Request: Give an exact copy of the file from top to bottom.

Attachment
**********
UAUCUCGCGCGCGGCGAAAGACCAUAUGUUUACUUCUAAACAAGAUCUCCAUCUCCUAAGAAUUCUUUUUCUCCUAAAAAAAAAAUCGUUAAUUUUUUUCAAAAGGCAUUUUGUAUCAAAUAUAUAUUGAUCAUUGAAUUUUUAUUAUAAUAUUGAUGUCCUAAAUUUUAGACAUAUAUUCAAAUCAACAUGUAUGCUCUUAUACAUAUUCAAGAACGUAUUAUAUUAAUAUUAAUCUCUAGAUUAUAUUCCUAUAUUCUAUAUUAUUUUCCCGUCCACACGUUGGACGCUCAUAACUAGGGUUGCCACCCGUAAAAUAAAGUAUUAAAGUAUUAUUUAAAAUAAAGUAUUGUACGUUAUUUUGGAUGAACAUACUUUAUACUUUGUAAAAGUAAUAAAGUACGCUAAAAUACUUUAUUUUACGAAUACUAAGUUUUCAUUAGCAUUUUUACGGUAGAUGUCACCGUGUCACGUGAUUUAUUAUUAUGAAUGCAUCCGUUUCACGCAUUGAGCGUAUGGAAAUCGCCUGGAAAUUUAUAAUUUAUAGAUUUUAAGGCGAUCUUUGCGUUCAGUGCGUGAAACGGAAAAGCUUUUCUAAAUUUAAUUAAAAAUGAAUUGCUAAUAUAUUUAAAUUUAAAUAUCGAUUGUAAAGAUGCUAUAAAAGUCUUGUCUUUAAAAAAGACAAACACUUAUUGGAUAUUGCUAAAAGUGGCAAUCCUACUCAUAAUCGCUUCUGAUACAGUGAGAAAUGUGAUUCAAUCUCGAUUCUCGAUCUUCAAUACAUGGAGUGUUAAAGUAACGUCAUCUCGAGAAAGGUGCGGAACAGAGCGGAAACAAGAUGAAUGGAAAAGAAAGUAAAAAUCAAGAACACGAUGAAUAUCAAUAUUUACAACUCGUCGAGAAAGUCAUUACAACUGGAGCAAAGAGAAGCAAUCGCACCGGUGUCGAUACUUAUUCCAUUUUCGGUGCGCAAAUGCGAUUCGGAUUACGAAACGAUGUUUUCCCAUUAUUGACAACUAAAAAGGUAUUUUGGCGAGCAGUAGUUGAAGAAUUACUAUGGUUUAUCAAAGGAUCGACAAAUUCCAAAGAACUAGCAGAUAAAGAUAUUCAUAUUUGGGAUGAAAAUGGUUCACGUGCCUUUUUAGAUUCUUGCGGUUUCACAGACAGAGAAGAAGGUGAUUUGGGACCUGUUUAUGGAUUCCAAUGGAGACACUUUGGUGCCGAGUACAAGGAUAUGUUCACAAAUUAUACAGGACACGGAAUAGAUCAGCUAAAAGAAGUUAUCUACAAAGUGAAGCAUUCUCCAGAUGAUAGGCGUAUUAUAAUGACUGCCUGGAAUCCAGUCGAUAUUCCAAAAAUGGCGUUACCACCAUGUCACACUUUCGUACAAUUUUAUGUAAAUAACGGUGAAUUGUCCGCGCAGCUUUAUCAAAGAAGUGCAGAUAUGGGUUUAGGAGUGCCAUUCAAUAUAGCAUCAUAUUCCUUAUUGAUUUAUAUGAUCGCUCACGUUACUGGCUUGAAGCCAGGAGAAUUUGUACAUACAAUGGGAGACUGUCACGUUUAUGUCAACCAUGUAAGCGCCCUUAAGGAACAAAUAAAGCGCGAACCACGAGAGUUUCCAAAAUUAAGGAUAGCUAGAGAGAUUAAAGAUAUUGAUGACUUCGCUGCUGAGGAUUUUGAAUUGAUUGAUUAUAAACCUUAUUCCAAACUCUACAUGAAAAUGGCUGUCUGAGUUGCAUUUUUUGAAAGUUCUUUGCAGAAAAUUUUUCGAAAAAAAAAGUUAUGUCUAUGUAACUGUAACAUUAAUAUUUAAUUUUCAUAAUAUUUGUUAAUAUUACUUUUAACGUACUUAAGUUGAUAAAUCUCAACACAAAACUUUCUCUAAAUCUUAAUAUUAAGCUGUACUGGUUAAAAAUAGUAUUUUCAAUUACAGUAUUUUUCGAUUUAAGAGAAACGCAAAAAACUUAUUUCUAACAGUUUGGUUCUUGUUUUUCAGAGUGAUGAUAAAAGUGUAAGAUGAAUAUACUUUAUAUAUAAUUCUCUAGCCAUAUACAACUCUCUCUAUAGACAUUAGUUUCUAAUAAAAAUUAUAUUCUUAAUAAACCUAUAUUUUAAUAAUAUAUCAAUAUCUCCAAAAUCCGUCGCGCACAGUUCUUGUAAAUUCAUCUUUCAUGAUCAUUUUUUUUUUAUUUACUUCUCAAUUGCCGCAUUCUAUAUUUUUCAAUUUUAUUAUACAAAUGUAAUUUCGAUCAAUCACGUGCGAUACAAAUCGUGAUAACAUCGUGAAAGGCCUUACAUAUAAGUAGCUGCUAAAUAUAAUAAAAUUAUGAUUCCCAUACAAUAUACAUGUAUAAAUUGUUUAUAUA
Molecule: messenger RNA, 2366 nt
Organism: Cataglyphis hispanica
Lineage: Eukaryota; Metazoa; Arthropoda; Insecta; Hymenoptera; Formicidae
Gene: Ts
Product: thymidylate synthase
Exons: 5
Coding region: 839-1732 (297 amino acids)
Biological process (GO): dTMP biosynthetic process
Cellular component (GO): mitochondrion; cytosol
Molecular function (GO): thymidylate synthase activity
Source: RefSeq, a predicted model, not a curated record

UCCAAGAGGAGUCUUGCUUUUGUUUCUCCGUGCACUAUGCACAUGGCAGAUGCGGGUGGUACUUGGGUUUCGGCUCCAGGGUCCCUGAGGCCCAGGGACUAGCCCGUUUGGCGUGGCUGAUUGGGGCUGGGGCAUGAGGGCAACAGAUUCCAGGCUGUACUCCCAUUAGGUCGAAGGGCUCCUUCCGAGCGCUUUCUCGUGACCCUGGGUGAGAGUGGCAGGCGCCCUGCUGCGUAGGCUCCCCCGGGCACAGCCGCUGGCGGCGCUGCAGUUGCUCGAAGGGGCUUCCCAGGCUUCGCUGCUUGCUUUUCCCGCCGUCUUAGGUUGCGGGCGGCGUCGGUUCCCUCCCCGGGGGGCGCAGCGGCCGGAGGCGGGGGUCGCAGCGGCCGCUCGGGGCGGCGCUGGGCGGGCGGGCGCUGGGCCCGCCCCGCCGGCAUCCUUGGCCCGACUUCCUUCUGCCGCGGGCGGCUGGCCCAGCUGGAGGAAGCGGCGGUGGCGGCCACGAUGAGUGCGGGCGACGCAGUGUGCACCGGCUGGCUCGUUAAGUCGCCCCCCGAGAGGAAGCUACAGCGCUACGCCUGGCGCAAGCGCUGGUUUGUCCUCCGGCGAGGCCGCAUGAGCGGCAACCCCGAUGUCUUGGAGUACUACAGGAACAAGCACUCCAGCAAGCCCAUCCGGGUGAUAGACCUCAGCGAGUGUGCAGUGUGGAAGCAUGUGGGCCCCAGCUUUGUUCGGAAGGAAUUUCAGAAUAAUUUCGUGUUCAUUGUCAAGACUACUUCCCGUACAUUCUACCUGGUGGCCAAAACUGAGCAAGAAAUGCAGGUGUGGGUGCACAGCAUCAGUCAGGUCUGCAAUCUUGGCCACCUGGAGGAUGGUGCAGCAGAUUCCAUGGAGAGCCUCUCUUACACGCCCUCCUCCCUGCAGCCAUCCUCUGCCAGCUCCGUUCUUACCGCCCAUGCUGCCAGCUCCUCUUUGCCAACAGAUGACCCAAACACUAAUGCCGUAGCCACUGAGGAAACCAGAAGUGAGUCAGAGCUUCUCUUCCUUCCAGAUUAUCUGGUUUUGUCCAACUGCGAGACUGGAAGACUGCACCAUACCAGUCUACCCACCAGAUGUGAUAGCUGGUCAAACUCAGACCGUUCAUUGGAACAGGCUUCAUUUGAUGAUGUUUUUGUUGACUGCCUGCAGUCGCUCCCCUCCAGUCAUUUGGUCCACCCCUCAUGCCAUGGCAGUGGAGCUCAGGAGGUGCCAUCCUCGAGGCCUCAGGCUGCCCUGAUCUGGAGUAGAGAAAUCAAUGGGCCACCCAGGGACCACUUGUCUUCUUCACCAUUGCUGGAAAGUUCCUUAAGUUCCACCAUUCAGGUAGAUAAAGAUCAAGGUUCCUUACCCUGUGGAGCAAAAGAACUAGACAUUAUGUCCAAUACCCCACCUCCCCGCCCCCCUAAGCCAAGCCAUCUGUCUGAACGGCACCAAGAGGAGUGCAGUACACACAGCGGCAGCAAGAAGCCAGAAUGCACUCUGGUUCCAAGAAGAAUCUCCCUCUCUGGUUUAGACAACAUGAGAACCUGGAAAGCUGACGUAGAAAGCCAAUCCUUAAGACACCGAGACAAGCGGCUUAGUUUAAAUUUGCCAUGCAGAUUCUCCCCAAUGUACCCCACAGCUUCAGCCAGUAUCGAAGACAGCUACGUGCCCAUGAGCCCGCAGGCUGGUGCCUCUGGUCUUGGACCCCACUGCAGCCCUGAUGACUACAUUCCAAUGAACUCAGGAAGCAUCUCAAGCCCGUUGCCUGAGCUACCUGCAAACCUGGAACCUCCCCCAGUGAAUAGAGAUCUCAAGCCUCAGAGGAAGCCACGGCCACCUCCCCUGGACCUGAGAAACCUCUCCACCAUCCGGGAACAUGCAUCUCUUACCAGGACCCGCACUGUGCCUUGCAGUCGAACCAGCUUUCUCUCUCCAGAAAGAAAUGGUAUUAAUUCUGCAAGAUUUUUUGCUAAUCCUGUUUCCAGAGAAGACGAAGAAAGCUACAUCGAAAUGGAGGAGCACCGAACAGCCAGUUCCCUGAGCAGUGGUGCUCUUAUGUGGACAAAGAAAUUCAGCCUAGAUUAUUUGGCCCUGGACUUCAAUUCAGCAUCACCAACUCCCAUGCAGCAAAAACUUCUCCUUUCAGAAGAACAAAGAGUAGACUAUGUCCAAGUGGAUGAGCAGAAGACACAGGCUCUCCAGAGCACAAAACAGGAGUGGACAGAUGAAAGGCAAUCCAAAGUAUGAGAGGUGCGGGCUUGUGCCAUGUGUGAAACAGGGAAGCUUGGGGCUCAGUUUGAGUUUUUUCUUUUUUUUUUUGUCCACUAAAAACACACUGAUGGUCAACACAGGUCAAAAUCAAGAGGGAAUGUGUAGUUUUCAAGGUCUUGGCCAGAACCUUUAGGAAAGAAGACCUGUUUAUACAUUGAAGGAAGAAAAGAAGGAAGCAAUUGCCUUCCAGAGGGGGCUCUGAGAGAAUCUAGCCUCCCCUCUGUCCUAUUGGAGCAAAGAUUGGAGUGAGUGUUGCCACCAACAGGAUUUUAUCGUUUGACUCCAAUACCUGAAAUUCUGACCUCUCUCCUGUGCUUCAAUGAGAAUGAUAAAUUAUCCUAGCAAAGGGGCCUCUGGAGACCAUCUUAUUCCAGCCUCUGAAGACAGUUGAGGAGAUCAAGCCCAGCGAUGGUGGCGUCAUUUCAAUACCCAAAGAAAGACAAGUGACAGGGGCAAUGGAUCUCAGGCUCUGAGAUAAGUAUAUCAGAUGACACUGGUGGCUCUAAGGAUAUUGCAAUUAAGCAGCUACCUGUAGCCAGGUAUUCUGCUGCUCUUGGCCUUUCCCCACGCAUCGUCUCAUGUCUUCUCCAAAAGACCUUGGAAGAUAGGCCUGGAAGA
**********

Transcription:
UAUCUCGCGCGCGGCGAAAGACCAUAUGUUUACUUCUAAACAAGAUCUCCAUCUCCUAAGAAUUCUUUUUCUCCUAAAAAAAAAAUCGUUAAUUUUUUUCAAAAGGCAUUUUGUAUCAAAUAUAUAUUGAUCAUUGAAUUUUUAUUAUAAUAUUGAUGUCCUAAAUUUUAGACAUAUAUUCAAAUCAACAUGUAUGCUCUUAUACAUAUUCAAGAACGUAUUAUAUUAAUAUUAAUCUCUAGAUUAUAUUCCUAUAUUCUAUAUUAUUUUCCCGUCCACACGUUGGACGCUCAUAACUAGGGUUGCCACCCGUAAAAUAAAGUAUUAAAGUAUUAUUUAAAAUAAAGUAUUGUACGUUAUUUUGGAUGAACAUACUUUAUACUUUGUAAAAGUAAUAAAGUACGCUAAAAUACUUUAUUUUACGAAUACUAAGUUUUCAUUAGCAUUUUUACGGUAGAUGUCACCGUGUCACGUGAUUUAUUAUUAUGAAUGCAUCCGUUUCACGCAUUGAGCGUAUGGAAAUCGCCUGGAAAUUUAUAAUUUAUAGAUUUUAAGGCGAUCUUUGCGUUCAGUGCGUGAAACGGAAAAGCUUUUCUAAAUUUAAUUAAAAAUGAAUUGCUAAUAUAUUUAAAUUUAAAUAUCGAUUGUAAAGAUGCUAUAAAAGUCUUGUCUUUAAAAAAGACAAACACUUAUUGGAUAUUGCUAAAAGUGGCAAUCCUACUCAUAAUCGCUUCUGAUACAGUGAGAAAUGUGAUUCAAUCUCGAUUCUCGAUCUUCAAUACAUGGAGUGUUAAAGUAACGUCAUCUCGAGAAAGGUGCGGAACAGAGCGGAAACAAGAUGAAUGGAAAAGAAAGUAAAAAUCAAGAACACGAUGAAUAUCAAUAUUUACAACUCGUCGAGAAAGUCAUUACAACUGGAGCAAAGAGAAGCAAUCGCACCGGUGUCGAUACUUAUUCCAUUUUCGGUGCGCAAAUGCGAUUCGGAUUACGAAACGAUGUUUUCCCAUUAUUGACAACUAAAAAGGUAUUUUGGCGAGCAGUAGUUGAAGAAUUACUAUGGUUUAUCAAAGGAUCGACAAAUUCCAAAGAACUAGCAGAUAAAGAUAUUCAUAUUUGGGAUGAAAAUGGUUCACGUGCCUUUUUAGAUUCUUGCGGUUUCACAGACAGAGAAGAAGGUGAUUUGGGACCUGUUUAUGGAUUCCAAUGGAGACACUUUGGUGCCGAGUACAAGGAUAUGUUCACAAAUUAUACAGGACACGGAAUAGAUCAGCUAAAAGAAGUUAUCUACAAAGUGAAGCAUUCUCCAGAUGAUAGGCGUAUUAUAAUGACUGCCUGGAAUCCAGUCGAUAUUCCAAAAAUGGCGUUACCACCAUGUCACACUUUCGUACAAUUUUAUGUAAAUAACGGUGAAUUGUCCGCGCAGCUUUAUCAAAGAAGUGCAGAUAUGGGUUUAGGAGUGCCAUUCAAUAUAGCAUCAUAUUCCUUAUUGAUUUAUAUGAUCGCUCACGUUACUGGCUUGAAGCCAGGAGAAUUUGUACAUACAAUGGGAGACUGUCACGUUUAUGUCAACCAUGUAAGCGCCCUUAAGGAACAAAUAAAGCGCGAACCACGAGAGUUUCCAAAAUUAAGGAUAGCUAGAGAGAUUAAAGAUAUUGAUGACUUCGCUGCUGAGGAUUUUGAAUUGAUUGAUUAUAAACCUUAUUCCAAACUCUACAUGAAAAUGGCUGUCUGAGUUGCAUUUUUUGAAAGUUCUUUGCAGAAAAUUUUUCGAAAAAAAAAGUUAUGUCUAUGUAACUGUAACAUUAAUAUUUAAUUUUCAUAAUAUUUGUUAAUAUUACUUUUAACGUACUUAAGUUGAUAAAUCUCAACACAAAACUUUCUCUAAAUCUUAAUAUUAAGCUGUACUGGUUAAAAAUAGUAUUUUCAAUUACAGUAUUUUUCGAUUUAAGAGAAACGCAAAAAACUUAUUUCUAACAGUUUGGUUCUUGUUUUUCAGAGUGAUGAUAAAAGUGUAAGAUGAAUAUACUUUAUAUAUAAUUCUCUAGCCAUAUACAACUCUCUCUAUAGACAUUAGUUUCUAAUAAAAAUUAUAUUCUUAAUAAACCUAUAUUUUAAUAAUAUAUCAAUAUCUCCAAAAUCCGUCGCGCACAGUUCUUGUAAAUUCAUCUUUCAUGAUCAUUUUUUUUUUAUUUACUUCUCAAUUGCCGCAUUCUAUAUUUUUCAAUUUUAUUAUACAAAUGUAAUUUCGAUCAAUCACGUGCGAUACAAAUCGUGAUAACAUCGUGAAAGGCCUUACAUAUAAGUAGCUGCUAAAUAUAAUAAAAUUAUGAUUCCCAUACAAUAUACAUGUAUAAAUUGUUUAUAUA
Molecule: messenger RNA, 2366 nt
Organism: Cataglyphis hispanica
Lineage: Eukaryota; Metazoa; Arthropoda; Insecta; Hymenoptera; Formicidae
Gene: Ts
Product: thymidylate synthase
Exons: 5
Coding region: 839-1732 (297 amino acids)
Biological process (GO): dTMP biosynthetic process
Cellular component (GO): mitochondrion; cytosol
Molecular function (GO): thymidylate synthase activity
Source: RefSeq, a predicted model, not a curated record

UCCAAGAGGAGUCUUGCUUUUGUUUCUCCGUGCACUAUGCACAUGGCAGAUGCGGGUGGUACUUGGGUUUCGGCUCCAGGGUCCCUGAGGCCCAGGGACUAGCCCGUUUGGCGUGGCUGAUUGGGGCUGGGGCAUGAGGGCAACAGAUUCCAGGCUGUACUCCCAUUAGGUCGAAGGGCUCCUUCCGAGCGCUUUCUCGUGACCCUGGGUGAGAGUGGCAGGCGCCCUGCUGCGUAGGCUCCCCCGGGCACAGCCGCUGGCGGCGCUGCAGUUGCUCGAAGGGGCUUCCCAGGCUUCGCUGCUUGCUUUUCCCGCCGUCUUAGGUUGCGGGCGGCGUCGGUUCCCUCCCCGGGGGGCGCAGCGGCCGGAGGCGGGGGUCGCAGCGGCCGCUCGGGGCGGCGCUGGGCGGGCGGGCGCUGGGCCCGCCCCGCCGGCAUCCUUGGCCCGACUUCCUUCUGCCGCGGGCGGCUGGCCCAGCUGGAGGAAGCGGCGGUGGCGGCCACGAUGAGUGCGGGCGACGCAGUGUGCACCGGCUGGCUCGUUAAGUCGCCCCCCGAGAGGAAGCUACAGCGCUACGCCUGGCGCAAGCGCUGGUUUGUCCUCCGGCGAGGCCGCAUGAGCGGCAACCCCGAUGUCUUGGAGUACUACAGGAACAAGCACUCCAGCAAGCCCAUCCGGGUGAUAGACCUCAGCGAGUGUGCAGUGUGGAAGCAUGUGGGCCCCAGCUUUGUUCGGAAGGAAUUUCAGAAUAAUUUCGUGUUCAUUGUCAAGACUACUUCCCGUACAUUCUACCUGGUGGCCAAAACUGAGCAAGAAAUGCAGGUGUGGGUGCACAGCAUCAGUCAGGUCUGCAAUCUUGGCCACCUGGAGGAUGGUGCAGCAGAUUCCAUGGAGAGCCUCUCUUACACGCCCUCCUCCCUGCAGCCAUCCUCUGCCAGCUCCGUUCUUACCGCCCAUGCUGCCAGCUCCUCUUUGCCAACAGAUGACCCAAACACUAAUGCCGUAGCCACUGAGGAAACCAGAAGUGAGUCAGAGCUUCUCUUCCUUCCAGAUUAUCUGGUUUUGUCCAACUGCGAGACUGGAAGACUGCACCAUACCAGUCUACCCACCAGAUGUGAUAGCUGGUCAAACUCAGACCGUUCAUUGGAACAGGCUUCAUUUGAUGAUGUUUUUGUUGACUGCCUGCAGUCGCUCCCCUCCAGUCAUUUGGUCCACCCCUCAUGCCAUGGCAGUGGAGCUCAGGAGGUGCCAUCCUCGAGGCCUCAGGCUGCCCUGAUCUGGAGUAGAGAAAUCAAUGGGCCACCCAGGGACCACUUGUCUUCUUCACCAUUGCUGGAAAGUUCCUUAAGUUCCACCAUUCAGGUAGAUAAAGAUCAAGGUUCCUUACCCUGUGGAGCAAAAGAACUAGACAUUAUGUCCAAUACCCCACCUCCCCGCCCCCCUAAGCCAAGCCAUCUGUCUGAACGGCACCAAGAGGAGUGCAGUACACACAGCGGCAGCAAGAAGCCAGAAUGCACUCUGGUUCCAAGAAGAAUCUCCCUCUCUGGUUUAGACAACAUGAGAACCUGGAAAGCUGACGUAGAAAGCCAAUCCUUAAGACACCGAGACAAGCGGCUUAGUUUAAAUUUGCCAUGCAGAUUCUCCCCAAUGUACCCCACAGCUUCAGCCAGUAUCGAAGACAGCUACGUGCCCAUGAGCCCGCAGGCUGGUGCCUCUGGUCUUGGACCCCACUGCAGCCCUGAUGACUACAUUCCAAUGAACUCAGGAAGCAUCUCAAGCCCGUUGCCUGAGCUACCUGCAAACCUGGAACCUCCCCCAGUGAAUAGAGAUCUCAAGCCUCAGAGGAAGCCACGGCCACCUCCCCUGGACCUGAGAAACCUCUCCACCAUCCGGGAACAUGCAUCUCUUACCAGGACCCGCACUGUGCCUUGCAGUCGAACCAGCUUUCUCUCUCCAGAAAGAAAUGGUAUUAAUUCUGCAAGAUUUUUUGCUAAUCCUGUUUCCAGAGAAGACGAAGAAAGCUACAUCGAAAUGGAGGAGCACCGAACAGCCAGUUCCCUGAGCAGUGGUGCUCUUAUGUGGACAAAGAAAUUCAGCCUAGAUUAUUUGGCCCUGGACUUCAAUUCAGCAUCACCAACUCCCAUGCAGCAAAAACUUCUCCUUUCAGAAGAACAAAGAGUAGACUAUGUCCAAGUGGAUGAGCAGAAGACACAGGCUCUCCAGAGCACAAAACAGGAGUGGACAGAUGAAAGGCAAUCCAAAGUAUGAGAGGUGCGGGCUUGUGCCAUGUGUGAAACAGGGAAGCUUGGGGCUCAGUUUGAGUUUUUUCUUUUUUUUUUUGUCCACUAAAAACACACUGAUGGUCAACACAGGUCAAAAUCAAGAGGGAAUGUGUAGUUUUCAAGGUCUUGGCCAGAACCUUUAGGAAAGAAGACCUGUUUAUACAUUGAAGGAAGAAAAGAAGGAAGCAAUUGCCUUCCAGAGGGGGCUCUGAGAGAAUCUAGCCUCCCCUCUGUCCUAUUGGAGCAAAGAUUGGAGUGAGUGUUGCCACCAACAGGAUUUUAUCGUUUGACUCCAAUACCUGAAAUUCUGACCUCUCUCCUGUGCUUCAAUGAGAAUGAUAAAUUAUCCUAGCAAAGGGGCCUCUGGAGACCAUCUUAUUCCAGCCUCUGAAGACAGUUGAGGAGAUCAAGCCCAGCGAUGGUGGCGUCAUUUCAAUACCCAAAGAAAGACAAGUGACAGGGGCAAUGGAUCUCAGGCUCUGAGAUAAGUAUAUCAGAUGACACUGGUGGCUCUAAGGAUAUUGCAAUUAAGCAGCUACCUGUAGCCAGGUAUUCUGCUGCUCUUGGCCUUUCCCCACGCAUCGUCUCAUGUCUUCUCCAAAAGACCUUGGAAGAUAGGCCUGGAAGA